Having Trouble Preparing For Your Exams? Reading Information Aloud May Help To Boost Memory

The study by researchers from the University of Waterloo in Canada found that speaking text aloud helps to get words into long-term memory.

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Having Trouble Preparing For Your Exams? Reading Information Aloud May Help To Boost Memory

Reading Information Aloud To Yourself Boosts Memory: Research

Toronto, December 2: Having trouble preparing for your exams? You are more likely to remember something if you read it out loud to yourself, a study has found. The study by researchers from the University of Waterloo in Canada found that speaking text aloud helps to get words into long-term memory. Dubbed the "production effect," researchers found that it is the dual action of speaking and hearing oneself that has the most beneficial impact on memory.

"This study confirms that learning and memory benefit from active involvement," said Colin M MacLeod, a professor at Waterloo.

"When we add an active measure or a production element to a word, that word becomes more distinct in long-term memory, and hence more memorable," said Mr. MacLeod.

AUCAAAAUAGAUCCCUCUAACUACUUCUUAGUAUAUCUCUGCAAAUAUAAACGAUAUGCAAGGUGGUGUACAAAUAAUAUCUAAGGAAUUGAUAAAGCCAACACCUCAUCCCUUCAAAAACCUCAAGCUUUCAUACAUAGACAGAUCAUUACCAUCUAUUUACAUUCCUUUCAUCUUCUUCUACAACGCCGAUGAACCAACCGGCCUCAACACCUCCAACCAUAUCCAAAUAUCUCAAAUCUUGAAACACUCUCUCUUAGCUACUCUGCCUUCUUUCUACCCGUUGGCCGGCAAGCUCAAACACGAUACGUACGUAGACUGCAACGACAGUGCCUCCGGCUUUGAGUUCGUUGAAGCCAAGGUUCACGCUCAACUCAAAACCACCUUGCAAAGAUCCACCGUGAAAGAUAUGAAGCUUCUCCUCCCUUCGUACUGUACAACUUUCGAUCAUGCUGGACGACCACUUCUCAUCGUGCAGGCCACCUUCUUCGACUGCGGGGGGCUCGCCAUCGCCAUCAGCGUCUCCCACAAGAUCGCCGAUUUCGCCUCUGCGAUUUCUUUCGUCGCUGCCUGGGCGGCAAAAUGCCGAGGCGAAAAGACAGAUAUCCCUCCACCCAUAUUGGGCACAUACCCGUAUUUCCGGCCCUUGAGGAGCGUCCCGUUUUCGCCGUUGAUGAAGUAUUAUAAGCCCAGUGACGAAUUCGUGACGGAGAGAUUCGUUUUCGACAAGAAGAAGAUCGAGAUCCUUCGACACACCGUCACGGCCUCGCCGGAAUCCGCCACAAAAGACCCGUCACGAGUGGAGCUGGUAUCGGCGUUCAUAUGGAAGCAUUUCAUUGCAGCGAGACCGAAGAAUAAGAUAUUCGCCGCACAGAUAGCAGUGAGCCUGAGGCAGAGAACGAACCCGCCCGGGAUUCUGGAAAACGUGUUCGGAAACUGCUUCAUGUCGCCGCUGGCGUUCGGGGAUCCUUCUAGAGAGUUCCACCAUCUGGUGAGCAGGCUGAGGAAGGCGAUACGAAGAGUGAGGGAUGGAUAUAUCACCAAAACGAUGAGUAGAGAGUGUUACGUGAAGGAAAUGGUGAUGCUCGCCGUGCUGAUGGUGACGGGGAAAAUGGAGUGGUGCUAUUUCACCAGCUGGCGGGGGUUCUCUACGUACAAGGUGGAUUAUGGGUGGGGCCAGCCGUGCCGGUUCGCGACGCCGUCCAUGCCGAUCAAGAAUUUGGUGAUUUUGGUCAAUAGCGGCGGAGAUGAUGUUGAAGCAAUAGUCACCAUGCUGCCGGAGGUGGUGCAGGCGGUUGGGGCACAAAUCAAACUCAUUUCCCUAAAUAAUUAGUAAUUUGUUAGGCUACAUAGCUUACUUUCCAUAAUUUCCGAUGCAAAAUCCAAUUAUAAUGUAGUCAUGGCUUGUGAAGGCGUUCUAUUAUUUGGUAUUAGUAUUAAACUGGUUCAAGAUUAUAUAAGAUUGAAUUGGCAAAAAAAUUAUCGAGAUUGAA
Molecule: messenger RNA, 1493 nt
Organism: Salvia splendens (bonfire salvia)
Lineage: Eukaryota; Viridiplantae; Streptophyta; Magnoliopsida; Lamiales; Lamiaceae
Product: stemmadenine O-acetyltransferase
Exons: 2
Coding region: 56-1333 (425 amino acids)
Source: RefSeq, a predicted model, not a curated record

The study, published in the journal Memory, tested four methods for learning written information, including reading silently, hearing someone else read, listening to a recording of oneself reading, and reading aloud in real time.

Results from tests with 95 participants showed that the production effect of reading information aloud to yourself resulted in the best remembering.

"When we consider the practical applications of this research, I think of seniors who are advised to do puzzles and crosswords to help strengthen their memory," said Mr. MacLeod.

"This study suggests that the idea of action or activity also improves memory. And we know that regular exercise and movement are also strong building blocks for a good memory," he said.

The research builds on previous studies that measure the production effect of activities, such as writing and typing words, in enhancing overall memory retention.

This latest study shows that part of the memory benefit of speech stems from it being personal and self-referential.

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(Except for the headline, this story has not been edited by NDTV staff and is published from a syndicated feed.)

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